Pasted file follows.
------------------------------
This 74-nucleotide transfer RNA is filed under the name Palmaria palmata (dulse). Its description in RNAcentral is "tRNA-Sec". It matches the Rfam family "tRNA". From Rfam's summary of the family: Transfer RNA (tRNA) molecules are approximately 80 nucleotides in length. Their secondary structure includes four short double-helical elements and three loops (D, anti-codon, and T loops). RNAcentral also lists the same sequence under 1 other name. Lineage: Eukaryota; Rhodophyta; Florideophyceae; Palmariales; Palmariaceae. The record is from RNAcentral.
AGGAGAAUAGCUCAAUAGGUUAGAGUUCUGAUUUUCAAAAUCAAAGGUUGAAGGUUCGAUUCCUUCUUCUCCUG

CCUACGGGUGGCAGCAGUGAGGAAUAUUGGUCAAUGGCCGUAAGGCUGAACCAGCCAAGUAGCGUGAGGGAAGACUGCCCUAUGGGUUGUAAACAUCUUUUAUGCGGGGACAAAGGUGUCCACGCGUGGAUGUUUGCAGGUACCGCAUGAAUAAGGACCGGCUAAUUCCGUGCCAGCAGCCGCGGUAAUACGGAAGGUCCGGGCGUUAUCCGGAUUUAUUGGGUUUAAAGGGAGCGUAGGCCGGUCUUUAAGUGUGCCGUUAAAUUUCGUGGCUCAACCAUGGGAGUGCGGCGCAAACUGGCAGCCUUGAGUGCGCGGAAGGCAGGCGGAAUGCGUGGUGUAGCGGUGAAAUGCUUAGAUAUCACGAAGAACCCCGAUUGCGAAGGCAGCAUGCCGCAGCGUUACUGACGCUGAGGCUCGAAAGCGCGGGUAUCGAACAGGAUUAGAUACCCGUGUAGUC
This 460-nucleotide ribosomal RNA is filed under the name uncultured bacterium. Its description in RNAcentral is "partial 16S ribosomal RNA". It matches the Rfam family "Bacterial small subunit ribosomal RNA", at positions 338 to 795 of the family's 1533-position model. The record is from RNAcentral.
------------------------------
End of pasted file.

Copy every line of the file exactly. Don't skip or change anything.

This 74-nucleotide transfer RNA is filed under the name Palmaria palmata (dulse). Its description in RNAcentral is "tRNA-Sec". It matches the Rfam family "tRNA". From Rfam's summary of the family: Transfer RNA (tRNA) molecules are approximately 80 nucleotides in length. Their secondary structure includes four short double-helical elements and three loops (D, anti-codon, and T loops). RNAcentral also lists the same sequence under 1 other name. Lineage: Eukaryota; Rhodophyta; Florideophyceae; Palmariales; Palmariaceae. The record is from RNAcentral.
AGGAGAAUAGCUCAAUAGGUUAGAGUUCUGAUUUUCAAAAUCAAAGGUUGAAGGUUCGAUUCCUUCUUCUCCUG

CCUACGGGUGGCAGCAGUGAGGAAUAUUGGUCAAUGGCCGUAAGGCUGAACCAGCCAAGUAGCGUGAGGGAAGACUGCCCUAUGGGUUGUAAACAUCUUUUAUGCGGGGACAAAGGUGUCCACGCGUGGAUGUUUGCAGGUACCGCAUGAAUAAGGACCGGCUAAUUCCGUGCCAGCAGCCGCGGUAAUACGGAAGGUCCGGGCGUUAUCCGGAUUUAUUGGGUUUAAAGGGAGCGUAGGCCGGUCUUUAAGUGUGCCGUUAAAUUUCGUGGCUCAACCAUGGGAGUGCGGCGCAAACUGGCAGCCUUGAGUGCGCGGAAGGCAGGCGGAAUGCGUGGUGUAGCGGUGAAAUGCUUAGAUAUCACGAAGAACCCCGAUUGCGAAGGCAGCAUGCCGCAGCGUUACUGACGCUGAGGCUCGAAAGCGCGGGUAUCGAACAGGAUUAGAUACCCGUGUAGUC
This 460-nucleotide ribosomal RNA is filed under the name uncultured bacterium. Its description in RNAcentral is "partial 16S ribosomal RNA". It matches the Rfam family "Bacterial small subunit ribosomal RNA", at positions 338 to 795 of the family's 1533-position model. The record is from RNAcentral.